Presentation #101.05D in the session “Asteroid Surveys: Gotta Catch 'em All”.
Remote spectroscopy plays an important role in studying the surface physics of asteroids. Compared with longer wavelengths, the ultraviolet (UV) waveband has been demonstrated to be more sensitive to some mineral properties by laboratory measurements, space missions, and remote observations [Butterworth et al. 1985, Cloutis et al. 2008, Becker et al. 2020]. There are also evidences that near-UV wavelengths can be sensitive to space weathering effects [Hendrix et al. 2006]. However, although it has been shown that UV spectra can be extremely useful in analyses of planetary surfaces, only the IUE dataset from more than a decade ago and a few scattered UV observations exist for asteroids’ UV dataset. Instrumental noises of IUE make the spectra only reliable between 240nm and 320nm, which leaves observational gaps in near-UV waveband.
Besides HST, the Neil Gehrels-Swift observatory is currently the only in-orbit facility that has the UV capability to measure asteroids’ UV spectra. Swift’s UV grism has an effective wavelength range from 170nm to 500nm for the first order [Kuin et al., 2015], which is optimized around 260nm. Since 2010, we have observed 18 asteroids with Swift’s UV grism. To more widely compare with general observations such as optical and infrared spectra, the 18 asteroids were selected to variously cover the broadly used taxonomy (cf. Bus 2002). To study rotation effects, every asteroid was exposed for five or six times with an interval from about 20min to 100min.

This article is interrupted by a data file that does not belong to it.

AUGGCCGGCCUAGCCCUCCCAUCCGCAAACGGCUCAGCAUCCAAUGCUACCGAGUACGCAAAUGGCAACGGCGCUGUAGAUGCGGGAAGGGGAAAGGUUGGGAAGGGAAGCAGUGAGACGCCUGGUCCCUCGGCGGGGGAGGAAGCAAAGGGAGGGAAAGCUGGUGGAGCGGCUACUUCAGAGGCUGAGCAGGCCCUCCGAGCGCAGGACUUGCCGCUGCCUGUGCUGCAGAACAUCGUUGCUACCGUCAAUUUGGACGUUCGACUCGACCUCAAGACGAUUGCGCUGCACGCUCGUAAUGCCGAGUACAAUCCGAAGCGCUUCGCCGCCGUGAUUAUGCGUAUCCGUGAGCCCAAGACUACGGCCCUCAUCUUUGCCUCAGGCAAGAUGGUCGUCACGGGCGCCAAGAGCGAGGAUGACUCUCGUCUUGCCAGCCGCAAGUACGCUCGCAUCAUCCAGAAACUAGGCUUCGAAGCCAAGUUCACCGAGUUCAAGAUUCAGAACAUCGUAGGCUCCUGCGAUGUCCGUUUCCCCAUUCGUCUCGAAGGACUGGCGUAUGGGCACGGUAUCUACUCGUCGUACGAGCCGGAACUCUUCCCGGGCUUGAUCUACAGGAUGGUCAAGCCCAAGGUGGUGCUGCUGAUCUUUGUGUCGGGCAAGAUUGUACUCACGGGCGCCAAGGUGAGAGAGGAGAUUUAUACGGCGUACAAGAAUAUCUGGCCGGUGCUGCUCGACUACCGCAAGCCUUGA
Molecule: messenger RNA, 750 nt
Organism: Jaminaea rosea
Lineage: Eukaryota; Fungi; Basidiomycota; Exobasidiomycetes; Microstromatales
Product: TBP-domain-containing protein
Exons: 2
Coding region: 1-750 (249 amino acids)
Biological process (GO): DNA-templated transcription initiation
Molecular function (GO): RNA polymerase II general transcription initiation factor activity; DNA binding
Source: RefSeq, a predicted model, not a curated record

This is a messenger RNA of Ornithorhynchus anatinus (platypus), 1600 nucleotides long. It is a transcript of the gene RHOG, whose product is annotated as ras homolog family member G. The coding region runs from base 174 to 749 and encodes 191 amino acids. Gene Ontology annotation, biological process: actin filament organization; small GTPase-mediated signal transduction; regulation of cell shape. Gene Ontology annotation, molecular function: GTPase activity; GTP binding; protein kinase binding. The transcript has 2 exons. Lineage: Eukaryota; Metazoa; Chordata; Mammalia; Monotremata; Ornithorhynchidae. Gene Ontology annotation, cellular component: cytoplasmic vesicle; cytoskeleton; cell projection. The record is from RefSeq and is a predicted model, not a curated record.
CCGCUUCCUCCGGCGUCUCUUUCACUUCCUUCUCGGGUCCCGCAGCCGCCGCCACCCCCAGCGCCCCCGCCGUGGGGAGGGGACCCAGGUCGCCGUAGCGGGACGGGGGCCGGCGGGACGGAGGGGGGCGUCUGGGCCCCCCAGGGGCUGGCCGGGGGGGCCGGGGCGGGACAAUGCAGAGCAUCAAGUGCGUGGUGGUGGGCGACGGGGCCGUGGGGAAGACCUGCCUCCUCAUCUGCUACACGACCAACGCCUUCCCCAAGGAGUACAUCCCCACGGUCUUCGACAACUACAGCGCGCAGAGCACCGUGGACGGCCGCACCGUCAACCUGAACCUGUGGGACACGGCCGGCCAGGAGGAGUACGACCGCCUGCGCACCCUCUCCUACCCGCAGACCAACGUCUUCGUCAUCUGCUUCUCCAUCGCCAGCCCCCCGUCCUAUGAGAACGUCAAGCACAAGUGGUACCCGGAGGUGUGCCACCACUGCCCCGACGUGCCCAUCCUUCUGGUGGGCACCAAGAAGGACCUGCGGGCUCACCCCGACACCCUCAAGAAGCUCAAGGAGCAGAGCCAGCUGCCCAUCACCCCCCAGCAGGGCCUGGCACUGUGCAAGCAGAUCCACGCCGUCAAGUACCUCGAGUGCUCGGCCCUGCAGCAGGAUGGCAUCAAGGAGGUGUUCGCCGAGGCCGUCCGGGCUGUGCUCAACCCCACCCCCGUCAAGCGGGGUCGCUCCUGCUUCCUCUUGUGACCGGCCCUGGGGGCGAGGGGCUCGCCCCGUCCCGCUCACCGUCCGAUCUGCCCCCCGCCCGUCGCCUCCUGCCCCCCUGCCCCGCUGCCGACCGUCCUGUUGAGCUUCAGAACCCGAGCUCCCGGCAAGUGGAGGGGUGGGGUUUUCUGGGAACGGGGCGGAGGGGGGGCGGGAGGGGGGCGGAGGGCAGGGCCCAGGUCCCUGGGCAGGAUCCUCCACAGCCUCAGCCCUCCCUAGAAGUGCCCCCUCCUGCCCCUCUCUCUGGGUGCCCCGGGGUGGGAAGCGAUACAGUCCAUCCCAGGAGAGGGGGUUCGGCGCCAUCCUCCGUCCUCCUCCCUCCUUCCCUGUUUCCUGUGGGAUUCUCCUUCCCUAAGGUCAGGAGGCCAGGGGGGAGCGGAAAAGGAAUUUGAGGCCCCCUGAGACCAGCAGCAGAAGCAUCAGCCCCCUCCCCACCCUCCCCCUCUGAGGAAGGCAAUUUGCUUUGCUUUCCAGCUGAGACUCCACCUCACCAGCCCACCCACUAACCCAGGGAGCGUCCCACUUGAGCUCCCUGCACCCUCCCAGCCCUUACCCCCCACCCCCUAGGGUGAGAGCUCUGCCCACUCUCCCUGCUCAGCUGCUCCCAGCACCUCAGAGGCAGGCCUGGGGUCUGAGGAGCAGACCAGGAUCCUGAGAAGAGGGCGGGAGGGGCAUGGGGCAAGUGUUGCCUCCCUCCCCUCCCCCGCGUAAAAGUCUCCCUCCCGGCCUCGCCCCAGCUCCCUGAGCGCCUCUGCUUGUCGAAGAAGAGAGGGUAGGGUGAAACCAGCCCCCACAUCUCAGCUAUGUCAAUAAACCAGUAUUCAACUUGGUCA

We have developed a program with the UVOTPY software [Kuin et al. 2015] to analyze the data. The extracted UV flux spectra and derived reflectance spectra reliably covered the waveband between 200nm and 500nm, which well fill the observational gaps, link near UV observations to visible observations, and therefore will benefit comparative study between different wavebands and compositional analysis. For example, In the filled gap of 300-400nm, there are significantly more laboratory studies of meteorites, and planetary analog materials in the RELAB spectral database that can be used to better constrain asteroids’ surface conditions.
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